spouse who drinks

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spouse who drinks

Postby Tammy » Sat Dec 08, 2007 7:54 pm

Hi, I am new to this website and to chat rooms so bare with me.

I am having real problems with not drinking when my husband still drinks and wants to go to parties and bars. It is hard and i feel really alone. What gets people through this in a relationship.
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Postby whitmore_fan » Sun Dec 09, 2007 5:55 am

Hi Tammy, you've not really said much about you or your husband so it's difficult to know how to respond. For instance, do you consider yourself an alcoholic, and what about your husband? If you do, then are you following any treatment or involved in any support groups like AA? Does you husband know anything about your problems? Etc. etc.

For me, my number one priority is my sobriety, if I don't have that I don't really have anything. So I don't socialise with people who want to go to bars all the time and get drunk. Fortunately I met my wife in sobriety, she has never seen my drink alcohol. But she also knows everything about my past and present and is very supportive. If I were to ask her not to drink because it bothers me, she wouldn't drink. If I asked that we didn't go out to a function or event because there would be lots of booze, she would understand. This is real support and something that I am eternally grateful for. She also understands that without my sobriety we wouldn't have much of a marriage.

Sobreity is a new way of life to anything I had experience before. It takes time and effort to develop and requires a lot of support from family and friends. You get through it by having the right sort of relationships and if that means breaking a relationship then so be it - it tough to say and even tougher to actually do it but ultimately for a lot of us that is what we had to do.

I don't want to suggest that you leave you husband, but I hope you can understand the sentiment. Perhaps you could tell us more about yourself and you current situation?

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Postby Tammy » Sun Dec 09, 2007 8:14 am

Thanks for your response. I guess it would help to know a little about the situation. I have been sober for 4 years on Dec. 18th. I am an alcoholic. I go to meetings only once in awhile, I am having trouble finding one that feels right to me. I read alot of books and the "big book" but I know I need more.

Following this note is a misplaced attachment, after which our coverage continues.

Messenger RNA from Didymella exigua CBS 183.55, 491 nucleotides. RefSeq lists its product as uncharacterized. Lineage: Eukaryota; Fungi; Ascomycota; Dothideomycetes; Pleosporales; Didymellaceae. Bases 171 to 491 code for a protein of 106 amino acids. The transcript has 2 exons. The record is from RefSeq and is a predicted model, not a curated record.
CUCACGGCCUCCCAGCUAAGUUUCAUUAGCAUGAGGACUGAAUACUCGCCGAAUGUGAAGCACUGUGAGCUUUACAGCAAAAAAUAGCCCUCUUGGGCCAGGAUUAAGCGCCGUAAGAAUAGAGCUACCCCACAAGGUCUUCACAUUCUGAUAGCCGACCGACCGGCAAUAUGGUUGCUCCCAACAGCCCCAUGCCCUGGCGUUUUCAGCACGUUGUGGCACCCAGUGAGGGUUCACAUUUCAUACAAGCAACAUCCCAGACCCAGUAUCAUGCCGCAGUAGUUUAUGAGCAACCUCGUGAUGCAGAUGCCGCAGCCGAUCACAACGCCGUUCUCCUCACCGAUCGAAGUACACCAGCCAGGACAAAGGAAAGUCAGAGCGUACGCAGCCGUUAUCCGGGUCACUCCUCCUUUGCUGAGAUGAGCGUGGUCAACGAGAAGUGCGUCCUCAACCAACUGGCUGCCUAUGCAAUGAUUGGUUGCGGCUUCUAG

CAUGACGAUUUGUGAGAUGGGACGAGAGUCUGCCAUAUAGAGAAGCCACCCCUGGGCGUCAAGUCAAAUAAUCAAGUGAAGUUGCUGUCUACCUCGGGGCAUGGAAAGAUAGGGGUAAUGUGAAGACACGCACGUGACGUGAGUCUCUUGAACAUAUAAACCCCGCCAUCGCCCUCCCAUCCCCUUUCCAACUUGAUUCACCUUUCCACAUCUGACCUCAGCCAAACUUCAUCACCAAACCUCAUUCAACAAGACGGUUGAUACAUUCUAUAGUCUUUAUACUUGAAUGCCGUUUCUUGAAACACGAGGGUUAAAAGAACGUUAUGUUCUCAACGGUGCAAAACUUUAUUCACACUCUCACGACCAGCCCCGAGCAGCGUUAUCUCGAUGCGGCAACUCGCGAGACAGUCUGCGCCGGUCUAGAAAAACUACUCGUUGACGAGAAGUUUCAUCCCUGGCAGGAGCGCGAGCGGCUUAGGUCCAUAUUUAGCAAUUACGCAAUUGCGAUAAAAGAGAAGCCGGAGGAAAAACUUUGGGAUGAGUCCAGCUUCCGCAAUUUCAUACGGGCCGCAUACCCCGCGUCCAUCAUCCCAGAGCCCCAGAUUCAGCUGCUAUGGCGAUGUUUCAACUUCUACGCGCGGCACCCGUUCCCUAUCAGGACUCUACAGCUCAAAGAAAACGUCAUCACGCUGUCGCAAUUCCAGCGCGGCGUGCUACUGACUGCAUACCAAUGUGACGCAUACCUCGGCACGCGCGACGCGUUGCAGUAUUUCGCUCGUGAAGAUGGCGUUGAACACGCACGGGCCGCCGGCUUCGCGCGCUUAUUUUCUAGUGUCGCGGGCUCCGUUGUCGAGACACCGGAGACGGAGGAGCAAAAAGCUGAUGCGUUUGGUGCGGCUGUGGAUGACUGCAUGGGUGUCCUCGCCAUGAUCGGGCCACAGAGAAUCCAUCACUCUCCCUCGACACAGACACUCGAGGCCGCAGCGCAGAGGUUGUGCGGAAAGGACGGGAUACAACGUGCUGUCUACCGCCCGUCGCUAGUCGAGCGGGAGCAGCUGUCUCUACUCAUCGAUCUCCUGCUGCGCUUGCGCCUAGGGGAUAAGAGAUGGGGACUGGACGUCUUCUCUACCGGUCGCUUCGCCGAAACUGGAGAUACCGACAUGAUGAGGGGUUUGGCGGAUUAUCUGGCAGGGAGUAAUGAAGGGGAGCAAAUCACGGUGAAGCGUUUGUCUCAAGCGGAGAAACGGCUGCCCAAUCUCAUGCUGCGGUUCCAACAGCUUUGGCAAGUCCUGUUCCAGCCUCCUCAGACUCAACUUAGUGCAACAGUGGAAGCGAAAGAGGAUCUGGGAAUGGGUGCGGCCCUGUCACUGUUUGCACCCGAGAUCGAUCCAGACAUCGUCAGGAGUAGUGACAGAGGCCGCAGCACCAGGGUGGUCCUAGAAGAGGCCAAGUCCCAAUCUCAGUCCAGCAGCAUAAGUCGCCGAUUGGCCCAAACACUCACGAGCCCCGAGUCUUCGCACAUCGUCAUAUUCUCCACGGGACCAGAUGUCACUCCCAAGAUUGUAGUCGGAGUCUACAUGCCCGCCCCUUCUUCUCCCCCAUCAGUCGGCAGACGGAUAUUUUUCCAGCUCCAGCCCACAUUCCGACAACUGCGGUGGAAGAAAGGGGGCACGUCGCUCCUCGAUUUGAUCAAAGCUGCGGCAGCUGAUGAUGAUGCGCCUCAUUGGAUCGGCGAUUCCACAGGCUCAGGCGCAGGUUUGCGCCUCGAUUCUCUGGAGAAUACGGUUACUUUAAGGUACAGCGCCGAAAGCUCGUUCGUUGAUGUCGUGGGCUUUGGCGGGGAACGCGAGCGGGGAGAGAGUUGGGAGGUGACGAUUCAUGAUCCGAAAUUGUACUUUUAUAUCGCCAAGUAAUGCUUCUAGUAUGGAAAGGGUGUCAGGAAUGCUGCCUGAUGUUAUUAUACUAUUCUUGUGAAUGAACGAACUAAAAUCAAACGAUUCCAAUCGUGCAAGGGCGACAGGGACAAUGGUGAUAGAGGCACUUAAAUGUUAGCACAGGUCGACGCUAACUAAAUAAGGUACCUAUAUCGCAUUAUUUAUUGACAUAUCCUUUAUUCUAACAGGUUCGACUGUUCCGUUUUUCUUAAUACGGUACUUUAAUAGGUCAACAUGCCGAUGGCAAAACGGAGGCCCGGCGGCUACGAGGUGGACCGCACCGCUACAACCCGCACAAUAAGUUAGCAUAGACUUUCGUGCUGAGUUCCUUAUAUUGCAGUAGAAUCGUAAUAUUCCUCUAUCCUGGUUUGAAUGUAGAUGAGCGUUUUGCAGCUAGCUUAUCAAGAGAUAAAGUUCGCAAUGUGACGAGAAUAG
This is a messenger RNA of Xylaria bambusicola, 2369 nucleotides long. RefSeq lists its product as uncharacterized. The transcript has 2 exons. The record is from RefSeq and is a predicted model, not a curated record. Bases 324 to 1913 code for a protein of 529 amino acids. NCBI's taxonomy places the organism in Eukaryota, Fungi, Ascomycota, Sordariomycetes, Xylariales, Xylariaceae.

I quit drinking do to a serious illness and I had no choice. In the process I realized how much I abused alcohol and drugs and decided to quit. It was easy at first because I was so sick. I had trouble as i started to feel better.
I met my husband in a bar and we got married shortly after. We seemed perfect. We had the same past time and hobbies "drinking".
He stopped for a short time at first but found it difficult and "boreing" (his words.) So he began going out once in awhile. Now its quite often. He tries to get me to go too and tries to convince me that I could probably have a drink or two. This causes really bad feelings toward him.
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Postby LucasM » Sun Dec 09, 2007 10:15 am

Don't listen to him. An alcoholic can't have a drink or two ever again. Just that amount could put us right back to where we were. Believe me I had to learn that lesson many times!
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Postby Blue Moon » Sun Dec 09, 2007 11:45 am

Hi Tammy,

I'd echo what (the other) Ian said - my sobriety is my priority # 1. But just as nobody could stop me drinking (at best they could try to help or hinder), nobody today can stop my sobriety (at best, they can try to help or hinder that).

I've been in a similar position.

It's not unusual for a drinking couple to find that one sobers up whilst the other carries on drinking - at least for a while. It seems much rarer for a couple to decide, they'll quit together. Rarer still for them to both succeed at the same time.